Movember – Far more than Money

Movember – It’s not just about the money, it’s also about something even more important.

Over the last few years, the month of November has become synonymous with impressive facial hair  (and willing attempts) as people raise money through hirsute and other less furry challenges. This money goes to some incredibly good causes but I feel an even bigger win is being forgotten.

Firstly though, let’s look at the money raised here in the UK. Men and women (Mo bros and Mo Sistas) have raised over £15 million via the official Movember Foundation. The cancer specific charity Prostate Cancer UK received a “whopping £21 million plus” to help in their research. These numbers, plus the amounts given to other health charities, total £95 million at a conservative estimate.

So – what am I moaning about?

It’s simple, men are DUMB. There, I said it. We are, we always have been, but hopefully we won’t always be.

Of course when I say men are dumb I am referring not to levels of intellect but to an issue more pressing; men don’t speak about illness. Chief Executive of the Men’s Health Forum, Peter Baker states, “Men are less aware of their symptoms than women and are more reluctant to seek help”.

Women by and large are explorative in their talking, knowing there will be understanding, compassion and often learning from friends and family as they discuss a private issue. Men have a more guarded nature on such subjects and are often unwilling to talk about a symptom or issue they feel they have little knowledge of.

Be it cancer, mental health issues, heart disease; whatever the condition might be, a profound lack of communication means men are less likely to acknowledge, understand and identify symptoms and they are less likely to seek help as quickly as they should.

Cancer is a word that strikes fear into hearts of people. We all know someone who has been affected, and most of us know someone who has died.

According to Cancer Research UK following a cancer diagnosis men have just a 49% chance of surviving more than five years while women have a 59.8% chance. Expand that to an over 10 year survival and men are still way behind women with a 43% chance 8.9% lower than women.

The same organisation also tell us that for Bowel, Breast and Prostate cancer there is a 90%  5yr+ survival rate for these conditions if caught and diagnosed early. So based on that there can be no surprise to see that men are 35% less likely to notice or report and early stage cancer than our more enlightened female counterparts.

What can be done about this issue? I don’t know a definitive answer but for sure there are a couple of immediate actions, talk about symptoms, talk about illness and importantly talk about what could happen to you and your family should you become ill.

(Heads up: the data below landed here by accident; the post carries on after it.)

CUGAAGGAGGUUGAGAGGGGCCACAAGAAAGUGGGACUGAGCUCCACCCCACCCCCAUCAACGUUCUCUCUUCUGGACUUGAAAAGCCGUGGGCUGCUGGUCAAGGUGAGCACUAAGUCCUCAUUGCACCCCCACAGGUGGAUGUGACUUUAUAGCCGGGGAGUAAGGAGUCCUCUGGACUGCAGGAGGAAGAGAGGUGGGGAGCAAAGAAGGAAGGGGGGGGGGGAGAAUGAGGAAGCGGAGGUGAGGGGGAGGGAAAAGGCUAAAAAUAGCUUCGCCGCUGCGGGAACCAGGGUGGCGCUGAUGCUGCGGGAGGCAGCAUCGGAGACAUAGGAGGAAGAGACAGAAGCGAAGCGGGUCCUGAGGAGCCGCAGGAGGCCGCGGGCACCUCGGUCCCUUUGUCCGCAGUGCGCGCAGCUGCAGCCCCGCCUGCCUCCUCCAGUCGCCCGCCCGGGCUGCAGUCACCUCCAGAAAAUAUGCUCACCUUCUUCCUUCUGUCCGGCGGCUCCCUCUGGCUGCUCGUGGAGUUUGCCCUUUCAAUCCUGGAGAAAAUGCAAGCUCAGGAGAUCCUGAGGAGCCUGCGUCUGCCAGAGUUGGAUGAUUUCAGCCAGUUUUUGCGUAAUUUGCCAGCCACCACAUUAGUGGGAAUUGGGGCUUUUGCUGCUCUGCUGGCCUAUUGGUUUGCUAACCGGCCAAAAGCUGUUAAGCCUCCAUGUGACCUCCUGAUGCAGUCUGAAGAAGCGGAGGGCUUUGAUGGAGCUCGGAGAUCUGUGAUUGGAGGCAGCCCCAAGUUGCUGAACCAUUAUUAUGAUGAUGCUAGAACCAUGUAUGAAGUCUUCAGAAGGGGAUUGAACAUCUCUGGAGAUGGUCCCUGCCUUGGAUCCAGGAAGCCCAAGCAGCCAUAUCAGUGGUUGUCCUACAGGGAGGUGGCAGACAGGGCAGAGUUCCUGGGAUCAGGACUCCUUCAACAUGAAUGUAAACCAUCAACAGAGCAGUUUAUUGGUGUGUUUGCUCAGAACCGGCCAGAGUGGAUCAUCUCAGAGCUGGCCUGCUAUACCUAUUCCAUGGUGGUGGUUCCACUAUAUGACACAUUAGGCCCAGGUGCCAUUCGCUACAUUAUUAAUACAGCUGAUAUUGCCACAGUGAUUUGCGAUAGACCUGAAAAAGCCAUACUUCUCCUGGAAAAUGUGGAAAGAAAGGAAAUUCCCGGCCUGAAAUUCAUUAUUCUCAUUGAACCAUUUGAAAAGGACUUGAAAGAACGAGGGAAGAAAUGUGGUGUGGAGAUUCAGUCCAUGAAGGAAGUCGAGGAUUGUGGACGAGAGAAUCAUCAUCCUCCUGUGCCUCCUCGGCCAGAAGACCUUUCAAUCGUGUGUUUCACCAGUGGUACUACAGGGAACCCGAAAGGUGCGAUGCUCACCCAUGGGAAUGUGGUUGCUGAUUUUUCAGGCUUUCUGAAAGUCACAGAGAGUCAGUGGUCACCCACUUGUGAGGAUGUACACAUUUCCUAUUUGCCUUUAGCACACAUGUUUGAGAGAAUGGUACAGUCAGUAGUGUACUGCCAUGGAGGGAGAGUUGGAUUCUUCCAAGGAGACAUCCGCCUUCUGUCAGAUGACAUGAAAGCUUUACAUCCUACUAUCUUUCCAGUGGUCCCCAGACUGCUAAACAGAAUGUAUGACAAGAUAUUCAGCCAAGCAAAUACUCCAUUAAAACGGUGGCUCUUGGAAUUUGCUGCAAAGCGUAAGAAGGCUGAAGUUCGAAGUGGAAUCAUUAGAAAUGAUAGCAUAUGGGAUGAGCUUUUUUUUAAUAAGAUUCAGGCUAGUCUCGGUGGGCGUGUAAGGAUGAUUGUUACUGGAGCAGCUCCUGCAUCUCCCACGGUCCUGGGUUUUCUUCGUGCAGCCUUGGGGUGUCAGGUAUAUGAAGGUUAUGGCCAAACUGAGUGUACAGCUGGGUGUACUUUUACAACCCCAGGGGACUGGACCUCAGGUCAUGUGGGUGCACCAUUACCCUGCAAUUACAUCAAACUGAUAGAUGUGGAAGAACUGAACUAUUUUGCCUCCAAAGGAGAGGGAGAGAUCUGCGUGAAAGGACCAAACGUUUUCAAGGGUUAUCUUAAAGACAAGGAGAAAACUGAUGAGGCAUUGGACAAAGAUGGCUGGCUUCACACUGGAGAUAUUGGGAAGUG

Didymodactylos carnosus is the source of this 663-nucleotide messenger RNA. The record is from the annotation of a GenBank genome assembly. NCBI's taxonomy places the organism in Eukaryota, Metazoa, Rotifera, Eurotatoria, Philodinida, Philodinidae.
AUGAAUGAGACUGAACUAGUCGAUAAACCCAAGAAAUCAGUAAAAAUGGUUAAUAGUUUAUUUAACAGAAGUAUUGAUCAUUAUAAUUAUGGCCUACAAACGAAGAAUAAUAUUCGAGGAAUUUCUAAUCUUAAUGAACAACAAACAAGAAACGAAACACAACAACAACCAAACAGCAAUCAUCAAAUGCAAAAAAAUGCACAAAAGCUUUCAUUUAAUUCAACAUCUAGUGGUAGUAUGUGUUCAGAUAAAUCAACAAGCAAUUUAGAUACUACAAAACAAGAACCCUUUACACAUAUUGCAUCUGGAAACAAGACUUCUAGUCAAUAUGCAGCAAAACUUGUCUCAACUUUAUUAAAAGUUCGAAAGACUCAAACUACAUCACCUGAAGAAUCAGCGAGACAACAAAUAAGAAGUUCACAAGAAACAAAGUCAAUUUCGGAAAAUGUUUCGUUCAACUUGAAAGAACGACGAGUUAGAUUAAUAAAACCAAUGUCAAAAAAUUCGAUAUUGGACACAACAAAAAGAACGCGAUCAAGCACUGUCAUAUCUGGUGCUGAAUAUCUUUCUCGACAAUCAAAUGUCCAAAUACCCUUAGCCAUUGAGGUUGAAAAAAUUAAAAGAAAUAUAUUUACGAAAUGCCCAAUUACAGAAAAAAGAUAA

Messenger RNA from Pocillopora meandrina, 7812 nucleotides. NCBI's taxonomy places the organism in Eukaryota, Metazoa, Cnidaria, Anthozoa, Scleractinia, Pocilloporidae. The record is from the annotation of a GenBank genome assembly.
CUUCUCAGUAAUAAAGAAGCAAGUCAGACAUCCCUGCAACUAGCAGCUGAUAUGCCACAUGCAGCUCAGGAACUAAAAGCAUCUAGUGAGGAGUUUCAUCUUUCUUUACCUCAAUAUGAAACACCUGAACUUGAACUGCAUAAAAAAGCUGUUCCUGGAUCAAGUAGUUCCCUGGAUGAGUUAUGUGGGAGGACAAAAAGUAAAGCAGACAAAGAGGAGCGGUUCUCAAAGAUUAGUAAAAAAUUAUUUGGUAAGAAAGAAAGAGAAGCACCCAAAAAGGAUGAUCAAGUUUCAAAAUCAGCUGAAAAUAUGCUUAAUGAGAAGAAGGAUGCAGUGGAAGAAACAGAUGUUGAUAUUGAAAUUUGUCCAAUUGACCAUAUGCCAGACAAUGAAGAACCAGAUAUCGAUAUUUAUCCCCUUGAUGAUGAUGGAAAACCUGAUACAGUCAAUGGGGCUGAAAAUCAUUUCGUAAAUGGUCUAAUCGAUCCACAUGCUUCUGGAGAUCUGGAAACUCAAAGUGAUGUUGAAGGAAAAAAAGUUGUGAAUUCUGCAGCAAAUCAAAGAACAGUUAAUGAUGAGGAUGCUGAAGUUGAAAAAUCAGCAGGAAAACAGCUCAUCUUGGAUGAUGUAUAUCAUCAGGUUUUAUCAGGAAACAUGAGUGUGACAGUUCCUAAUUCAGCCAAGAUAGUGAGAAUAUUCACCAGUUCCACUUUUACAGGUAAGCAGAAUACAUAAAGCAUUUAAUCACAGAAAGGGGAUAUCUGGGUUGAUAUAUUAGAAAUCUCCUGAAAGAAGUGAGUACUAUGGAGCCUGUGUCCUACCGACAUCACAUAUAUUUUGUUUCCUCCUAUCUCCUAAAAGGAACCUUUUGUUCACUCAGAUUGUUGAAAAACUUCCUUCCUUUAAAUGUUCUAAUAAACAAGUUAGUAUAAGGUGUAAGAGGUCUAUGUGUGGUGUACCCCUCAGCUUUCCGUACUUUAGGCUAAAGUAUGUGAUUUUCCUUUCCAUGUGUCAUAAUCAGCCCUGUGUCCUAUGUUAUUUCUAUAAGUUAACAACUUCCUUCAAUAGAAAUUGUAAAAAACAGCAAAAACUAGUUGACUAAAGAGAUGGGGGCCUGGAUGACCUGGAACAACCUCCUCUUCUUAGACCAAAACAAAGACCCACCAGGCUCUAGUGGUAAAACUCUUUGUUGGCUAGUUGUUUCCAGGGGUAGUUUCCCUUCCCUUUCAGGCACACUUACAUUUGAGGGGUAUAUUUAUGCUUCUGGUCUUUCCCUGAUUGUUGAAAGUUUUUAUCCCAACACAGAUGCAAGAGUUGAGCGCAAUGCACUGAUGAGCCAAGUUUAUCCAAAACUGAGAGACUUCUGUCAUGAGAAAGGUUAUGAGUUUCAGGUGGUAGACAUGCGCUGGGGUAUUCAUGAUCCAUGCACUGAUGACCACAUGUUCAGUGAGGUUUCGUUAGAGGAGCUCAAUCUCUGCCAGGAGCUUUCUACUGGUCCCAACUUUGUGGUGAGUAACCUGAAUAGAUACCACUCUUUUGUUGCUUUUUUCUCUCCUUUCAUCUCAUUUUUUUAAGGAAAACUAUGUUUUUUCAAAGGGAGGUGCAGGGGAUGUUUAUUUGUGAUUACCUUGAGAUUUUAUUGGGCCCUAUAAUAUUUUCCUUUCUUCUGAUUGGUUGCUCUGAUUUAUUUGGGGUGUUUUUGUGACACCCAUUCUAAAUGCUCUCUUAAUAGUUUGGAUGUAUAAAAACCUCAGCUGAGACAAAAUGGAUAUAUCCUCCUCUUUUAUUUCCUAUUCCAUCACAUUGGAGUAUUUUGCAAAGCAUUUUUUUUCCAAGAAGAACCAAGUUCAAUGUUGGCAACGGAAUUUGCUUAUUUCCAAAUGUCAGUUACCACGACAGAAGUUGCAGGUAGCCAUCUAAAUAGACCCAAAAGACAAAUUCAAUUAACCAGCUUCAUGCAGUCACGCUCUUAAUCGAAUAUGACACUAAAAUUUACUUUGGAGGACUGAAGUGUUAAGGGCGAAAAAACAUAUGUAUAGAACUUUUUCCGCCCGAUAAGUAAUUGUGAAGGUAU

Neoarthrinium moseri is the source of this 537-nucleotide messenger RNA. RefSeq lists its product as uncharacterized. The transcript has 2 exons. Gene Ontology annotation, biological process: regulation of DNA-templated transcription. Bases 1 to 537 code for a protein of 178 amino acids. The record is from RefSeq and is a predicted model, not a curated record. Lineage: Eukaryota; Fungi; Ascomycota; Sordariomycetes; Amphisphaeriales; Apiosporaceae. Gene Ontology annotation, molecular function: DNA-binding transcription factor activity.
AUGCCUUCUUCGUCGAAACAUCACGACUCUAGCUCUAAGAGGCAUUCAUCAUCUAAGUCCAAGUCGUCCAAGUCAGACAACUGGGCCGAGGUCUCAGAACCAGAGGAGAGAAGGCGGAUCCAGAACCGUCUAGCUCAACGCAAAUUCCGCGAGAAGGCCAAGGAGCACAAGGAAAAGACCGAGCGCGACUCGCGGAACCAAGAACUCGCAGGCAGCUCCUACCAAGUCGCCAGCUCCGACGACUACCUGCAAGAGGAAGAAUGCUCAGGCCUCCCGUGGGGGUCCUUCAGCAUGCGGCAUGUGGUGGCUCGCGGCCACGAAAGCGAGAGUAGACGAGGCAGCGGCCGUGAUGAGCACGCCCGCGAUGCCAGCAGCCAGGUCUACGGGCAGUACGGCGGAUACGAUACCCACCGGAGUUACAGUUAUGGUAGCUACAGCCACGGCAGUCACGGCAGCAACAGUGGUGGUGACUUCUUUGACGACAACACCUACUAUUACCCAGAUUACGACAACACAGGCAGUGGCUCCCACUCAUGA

If you are a man reading this and you are unsure about your health or have a question then go to the doctor, contact NHS Direct, visit sites like Prostate Cancer UK who have so much amazing information and free phone access to nurses, but most of all just make sure you tell someone. That could be your partner, your friend, someone at work and if you feel you can’t talk to them, call me! I’ll always have a chat, I’m no medical professional but I will always lend you my ear and give you some time to help you start to work through in your mind anything that is worrying you.

Women reading this; men can sometimes be odd creatures but make us talk about this stuff with you, and if not make us go to a doctor. Get the men in your life a leaflet on ‘checking their balls’ or direct them to a website about symptoms to watch out for; it might just save their life.

All of us feel most happy when we’re secure. Knowing what will happen to family and finances can remove the fear of the unknown, and make men more likely to promptly seek advice about worrying symptoms.  Every day I speak to people about death and critical illness, and what financial impact it could have on someone’s life and their family. It stands to reason that someone with a Critical Illness policy designed to pay out on a diagnosis will be more likely to seek professional attention should they fear they are ill. A policy that can cover costs of mortgage/rent, private treatments and time off work will mean that a man (or woman) is better prepared and will not worry about their ability to work and provide for their family, so they can fully focus on their recovery.

Cancer isn’t likely to go away soon, we need to talk about it, we need to prepare for it and we need to do our best to fight it.

So, this Movember, whether you are raising or donating money don’t just pass over the cash, ask someone in your life how their health is and start those conversations early. These conversations will mean that when something is wrong, hopefully they can identify symptoms earlier on, and feel more comfortable to seek help.

If you have any questions about Critical Illness cover, what it means and how it works, or you want to talk about anything in this article please give me a call 07702 577 452.

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